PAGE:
Founding Chairman of South Street Seaport Museum Passes
The South Street Seaport Museum announced Friday the passing of its founding chairman, Jakob Isbrandtsen, a prominent figure in American shipping and a dedicated advocate for the preservation of New York's maritime history.
According to the museum, Isbrandtsen and founding president Peter Stanford were responsible for the institution's beginning and its success. Isbrandtsen financed the purchase of the windjammer Wavertree, the museum's first ship, and he arranged the real estate deals that allowed the museum to buy Schemerhorn Row, a historic trading district located just a few blocks north of Wall Street. These transactions resulted in the preservation of what is now the iconic South Street Seaport Historic District.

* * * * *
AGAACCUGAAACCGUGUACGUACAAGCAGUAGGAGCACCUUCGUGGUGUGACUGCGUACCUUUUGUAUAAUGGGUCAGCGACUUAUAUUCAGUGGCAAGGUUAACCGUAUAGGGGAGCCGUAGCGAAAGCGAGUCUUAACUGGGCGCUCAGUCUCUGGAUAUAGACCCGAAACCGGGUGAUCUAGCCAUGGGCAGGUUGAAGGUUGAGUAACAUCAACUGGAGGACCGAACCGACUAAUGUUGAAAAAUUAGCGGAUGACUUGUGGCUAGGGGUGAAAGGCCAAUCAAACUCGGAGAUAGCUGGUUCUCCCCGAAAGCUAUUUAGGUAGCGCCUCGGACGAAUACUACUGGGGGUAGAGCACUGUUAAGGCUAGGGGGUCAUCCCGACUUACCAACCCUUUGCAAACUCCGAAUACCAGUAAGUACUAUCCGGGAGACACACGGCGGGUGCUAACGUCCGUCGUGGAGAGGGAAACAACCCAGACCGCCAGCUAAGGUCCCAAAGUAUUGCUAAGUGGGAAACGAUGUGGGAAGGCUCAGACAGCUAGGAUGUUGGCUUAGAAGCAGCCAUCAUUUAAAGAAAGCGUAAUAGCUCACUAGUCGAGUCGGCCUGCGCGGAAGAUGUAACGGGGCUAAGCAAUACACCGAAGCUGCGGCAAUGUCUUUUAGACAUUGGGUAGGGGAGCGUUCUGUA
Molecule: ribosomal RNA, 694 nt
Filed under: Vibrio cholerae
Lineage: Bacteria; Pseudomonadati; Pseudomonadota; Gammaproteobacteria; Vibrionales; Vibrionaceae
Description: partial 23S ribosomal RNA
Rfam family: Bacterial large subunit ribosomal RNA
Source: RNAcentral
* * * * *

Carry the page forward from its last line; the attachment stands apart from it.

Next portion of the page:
Capt. Jonathan Boulware, the museum's current president and CEO, says that Isbrandtsen was also an inspiring leader. He made his mark in the boardroom - he once ran the largest cargo and passenger line between the U.S. and the Mediterranean, American Export-Isbrantsen Lines - but at the museum, he put his time and effort into restoring the Wavertree, a project that promised only "long hours, dirty work, no pay." He was often the first one aboard in the morning to start the day's work and the last to leave, according to Capt. Boulware.
Though he has passed, that effort continues. With the help of the City of New York, Wavertree underwent an extensive restoration in 2015-16, and volunteers still provide the day-to-day work of maintaining her in top shape.
The Isbrantsen family have asked that in lieu of flowers, donations be made to the Wavertree at the South Street Seaport Museum or to the Storm Trysail Foundation.